Saving Seeds Series: Radishes, and Seed Giveaway

Part of the joy I get from taking an active part in my family’s food system is watching the miracle that is a seed turning into food we eat. As I strive to become more responsible in our personal food cycle it has always made sense to save as many seeds as we can instead of purchasing new seeds every year, especially when it has become so hard to know which companies are embracing ethical and sustainable practices. Saving your own seeds will also give you a jump on the following year’s garden as you can start seeds inside before most stores are stocked up in February or March.

Seed Bank

Radishes are one the easiest seeds to save, it just takes patience and space. This year I started a “seed bank” so I had a place where plants that take a long time to flower would be able to grow uninterrupted. I’m really into succession planting to maximize my garden harvest, so after I pull crops I replant within a week or two, which isn’t enough time to let plants flower and seed. Nobody likes to be the last one hanging around after the party is over.

Radishes can take a couple of months to bolt, flower and form seed pods so it’s important to have a space where they can just hang out for awhile. After radishes flower, the petals fall off and pods are formed.

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Pods will grow and then begin to dry out; they are ready for harvest when the pods are completely dry and stiff. Each pod can hold anywhere from two to ten seeds, and each plant should give you multiple pods.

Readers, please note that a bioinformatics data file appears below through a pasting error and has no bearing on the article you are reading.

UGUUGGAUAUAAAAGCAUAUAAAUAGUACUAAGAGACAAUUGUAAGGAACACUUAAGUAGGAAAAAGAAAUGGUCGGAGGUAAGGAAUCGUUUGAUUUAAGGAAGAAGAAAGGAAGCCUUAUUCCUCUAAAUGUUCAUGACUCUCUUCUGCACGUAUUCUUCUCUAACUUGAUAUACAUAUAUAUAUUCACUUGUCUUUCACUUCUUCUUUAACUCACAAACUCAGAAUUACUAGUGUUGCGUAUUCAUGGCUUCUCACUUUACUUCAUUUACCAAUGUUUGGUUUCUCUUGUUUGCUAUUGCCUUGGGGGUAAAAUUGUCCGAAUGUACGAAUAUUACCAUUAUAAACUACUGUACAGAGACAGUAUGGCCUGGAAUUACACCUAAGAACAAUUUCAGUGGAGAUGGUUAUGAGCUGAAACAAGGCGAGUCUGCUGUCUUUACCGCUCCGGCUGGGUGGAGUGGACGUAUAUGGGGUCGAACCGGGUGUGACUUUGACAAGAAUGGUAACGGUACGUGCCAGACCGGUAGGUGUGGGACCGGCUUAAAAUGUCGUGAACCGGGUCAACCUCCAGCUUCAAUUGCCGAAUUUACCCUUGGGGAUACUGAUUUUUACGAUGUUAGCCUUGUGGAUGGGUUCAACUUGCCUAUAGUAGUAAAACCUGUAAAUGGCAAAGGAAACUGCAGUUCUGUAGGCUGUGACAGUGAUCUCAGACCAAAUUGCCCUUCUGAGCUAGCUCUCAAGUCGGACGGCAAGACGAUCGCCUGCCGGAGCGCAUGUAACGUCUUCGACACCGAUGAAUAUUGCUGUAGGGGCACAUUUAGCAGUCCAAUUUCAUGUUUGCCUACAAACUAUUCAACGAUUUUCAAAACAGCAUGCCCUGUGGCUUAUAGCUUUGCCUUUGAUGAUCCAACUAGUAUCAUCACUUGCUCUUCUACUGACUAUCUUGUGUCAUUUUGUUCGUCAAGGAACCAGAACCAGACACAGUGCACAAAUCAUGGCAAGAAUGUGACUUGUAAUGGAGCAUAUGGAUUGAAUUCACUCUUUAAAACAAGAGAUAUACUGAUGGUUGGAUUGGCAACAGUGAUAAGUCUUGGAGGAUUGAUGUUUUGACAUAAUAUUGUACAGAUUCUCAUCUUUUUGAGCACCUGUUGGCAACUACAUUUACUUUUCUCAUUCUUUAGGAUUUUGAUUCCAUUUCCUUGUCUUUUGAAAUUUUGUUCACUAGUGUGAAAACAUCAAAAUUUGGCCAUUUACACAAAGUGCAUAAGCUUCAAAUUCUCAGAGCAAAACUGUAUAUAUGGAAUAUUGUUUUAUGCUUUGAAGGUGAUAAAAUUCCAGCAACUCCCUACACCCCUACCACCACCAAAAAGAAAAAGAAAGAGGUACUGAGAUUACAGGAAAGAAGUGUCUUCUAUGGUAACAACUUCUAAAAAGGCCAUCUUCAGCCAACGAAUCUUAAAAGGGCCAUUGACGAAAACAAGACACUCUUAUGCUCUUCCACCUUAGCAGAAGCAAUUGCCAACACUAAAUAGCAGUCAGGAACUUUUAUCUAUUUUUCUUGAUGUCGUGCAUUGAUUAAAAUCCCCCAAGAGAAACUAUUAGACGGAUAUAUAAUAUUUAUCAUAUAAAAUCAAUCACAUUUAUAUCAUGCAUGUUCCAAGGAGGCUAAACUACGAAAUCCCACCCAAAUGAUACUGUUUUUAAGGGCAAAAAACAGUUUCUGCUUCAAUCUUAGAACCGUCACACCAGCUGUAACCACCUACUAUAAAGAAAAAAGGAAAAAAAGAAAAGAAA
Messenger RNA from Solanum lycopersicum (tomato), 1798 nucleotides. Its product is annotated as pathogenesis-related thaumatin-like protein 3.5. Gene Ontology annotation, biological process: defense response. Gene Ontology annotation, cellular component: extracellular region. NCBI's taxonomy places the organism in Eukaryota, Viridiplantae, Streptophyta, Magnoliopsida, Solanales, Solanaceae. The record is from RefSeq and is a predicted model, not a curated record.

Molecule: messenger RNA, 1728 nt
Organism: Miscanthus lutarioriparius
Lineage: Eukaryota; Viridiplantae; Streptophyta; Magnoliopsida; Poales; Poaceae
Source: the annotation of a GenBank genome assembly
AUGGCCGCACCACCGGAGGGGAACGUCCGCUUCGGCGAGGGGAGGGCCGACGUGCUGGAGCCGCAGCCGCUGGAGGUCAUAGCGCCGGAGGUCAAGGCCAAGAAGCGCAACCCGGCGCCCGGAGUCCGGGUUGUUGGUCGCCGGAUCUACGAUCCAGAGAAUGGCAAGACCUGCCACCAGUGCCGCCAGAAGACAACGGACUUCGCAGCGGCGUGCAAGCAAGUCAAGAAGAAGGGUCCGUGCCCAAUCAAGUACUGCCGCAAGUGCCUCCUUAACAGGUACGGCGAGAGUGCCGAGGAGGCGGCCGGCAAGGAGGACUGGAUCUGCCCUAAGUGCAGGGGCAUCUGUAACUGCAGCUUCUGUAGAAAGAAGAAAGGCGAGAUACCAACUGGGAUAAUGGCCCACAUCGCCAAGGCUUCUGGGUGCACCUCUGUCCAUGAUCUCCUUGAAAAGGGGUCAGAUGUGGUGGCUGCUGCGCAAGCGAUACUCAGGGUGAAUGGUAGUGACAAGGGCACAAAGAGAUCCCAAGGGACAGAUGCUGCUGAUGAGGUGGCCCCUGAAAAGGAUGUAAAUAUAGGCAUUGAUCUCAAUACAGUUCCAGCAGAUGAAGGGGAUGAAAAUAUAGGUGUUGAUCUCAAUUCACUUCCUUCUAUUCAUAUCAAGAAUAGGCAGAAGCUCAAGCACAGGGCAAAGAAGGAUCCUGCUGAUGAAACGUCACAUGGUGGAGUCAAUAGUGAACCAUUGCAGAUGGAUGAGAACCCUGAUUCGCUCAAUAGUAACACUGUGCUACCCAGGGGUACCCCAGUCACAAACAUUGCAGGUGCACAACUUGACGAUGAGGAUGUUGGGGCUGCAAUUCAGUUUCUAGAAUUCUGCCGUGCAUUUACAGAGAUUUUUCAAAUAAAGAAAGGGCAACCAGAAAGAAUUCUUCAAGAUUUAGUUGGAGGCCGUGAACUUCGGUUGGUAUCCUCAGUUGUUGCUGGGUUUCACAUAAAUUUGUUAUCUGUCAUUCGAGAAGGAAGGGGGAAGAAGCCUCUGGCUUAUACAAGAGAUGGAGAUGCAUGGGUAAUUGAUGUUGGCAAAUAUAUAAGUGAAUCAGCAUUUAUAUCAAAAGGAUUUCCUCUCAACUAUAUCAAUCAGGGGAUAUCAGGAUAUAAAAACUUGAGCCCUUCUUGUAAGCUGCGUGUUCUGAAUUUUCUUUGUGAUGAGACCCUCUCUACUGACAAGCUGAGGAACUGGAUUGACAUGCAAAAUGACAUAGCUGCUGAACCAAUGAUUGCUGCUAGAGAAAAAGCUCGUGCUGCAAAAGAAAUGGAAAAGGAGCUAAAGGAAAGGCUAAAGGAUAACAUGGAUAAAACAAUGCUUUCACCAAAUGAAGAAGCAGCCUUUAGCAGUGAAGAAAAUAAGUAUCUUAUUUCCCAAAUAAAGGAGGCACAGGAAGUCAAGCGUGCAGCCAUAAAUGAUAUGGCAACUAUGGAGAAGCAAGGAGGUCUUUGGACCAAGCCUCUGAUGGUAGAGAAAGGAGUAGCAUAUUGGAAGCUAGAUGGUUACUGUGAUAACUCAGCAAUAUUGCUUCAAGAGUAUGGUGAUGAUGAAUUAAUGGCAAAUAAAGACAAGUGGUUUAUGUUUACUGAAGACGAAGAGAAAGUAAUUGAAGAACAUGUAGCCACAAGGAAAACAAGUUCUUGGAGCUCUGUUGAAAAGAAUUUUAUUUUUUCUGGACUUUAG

Dry radish pods

Breaking open the pods and collecting the seeds can be slightly time consuming so I always harvest my seeds while I’m doing another activity and my hands aren’t busy. My first round of radish pods that were ready this year only took about 15 minutes to break open and although the seed pile looks small I actually harvested 180 seeds from just two radish Sparkler plants.

Open radish pod

One of the most important parts of seed storage is labeling. Don’t tell yourself you’ll remember what’s in that one jar, because you won’t. Trust me, you really won’t. Store your seeds in a cool, dry place and you’ll never need to buy radish seeds again! What seeds do you save from your garden?

radish seed pile

Seed Giveaway

I love sharing the joy I get from my garden and try to spread that joy any way I can. I’ll be selecting ten random people to give a selection of five different seeds to start next years garden. Enter Below.

Giveaway Update: Winner Announcement!

I was so humbled and overjoyed at the number of people that entered my seed giveaway I am going to award five additional prizes. Thanks so much to everyone that entered and everyone that follows Fozzy Farm. Please check your email for instructions. If you think you won, but don’t see an email check your junk folder.

Winners

de*****@yahoo.com
ha*********@gmail.com
CM*********@outlook.com
em*******@gmail.com
mr******@hotmail.com
shawna
do**********@gmail.com
ma******@msn.com
pi***********@yahoo.com
co**************@live.com

Bonus Winners

Do***********@yahoo.com
Meg
hu*************@yahoo.com
da********@aol.com
do*****@ptd.net

Thanks again, this was so much fun. If you didn’t win, don’t worry I’m planning on doing at least one more seed giveaway before the end of the year.

3 Comments

  1. Michelle

    August 27, 2014 at 4:37 pm

    Tomato seeds for sure!

    1. teresa sulyok

      August 27, 2014 at 5:10 pm

      herb seeds like flat parsley, basil, thyme, oregano, etc, please.

  2. Mimi Montgomery

    June 19, 2015 at 9:48 pm

    Great post and pictures! I look forward to your next seed give away. 🙂

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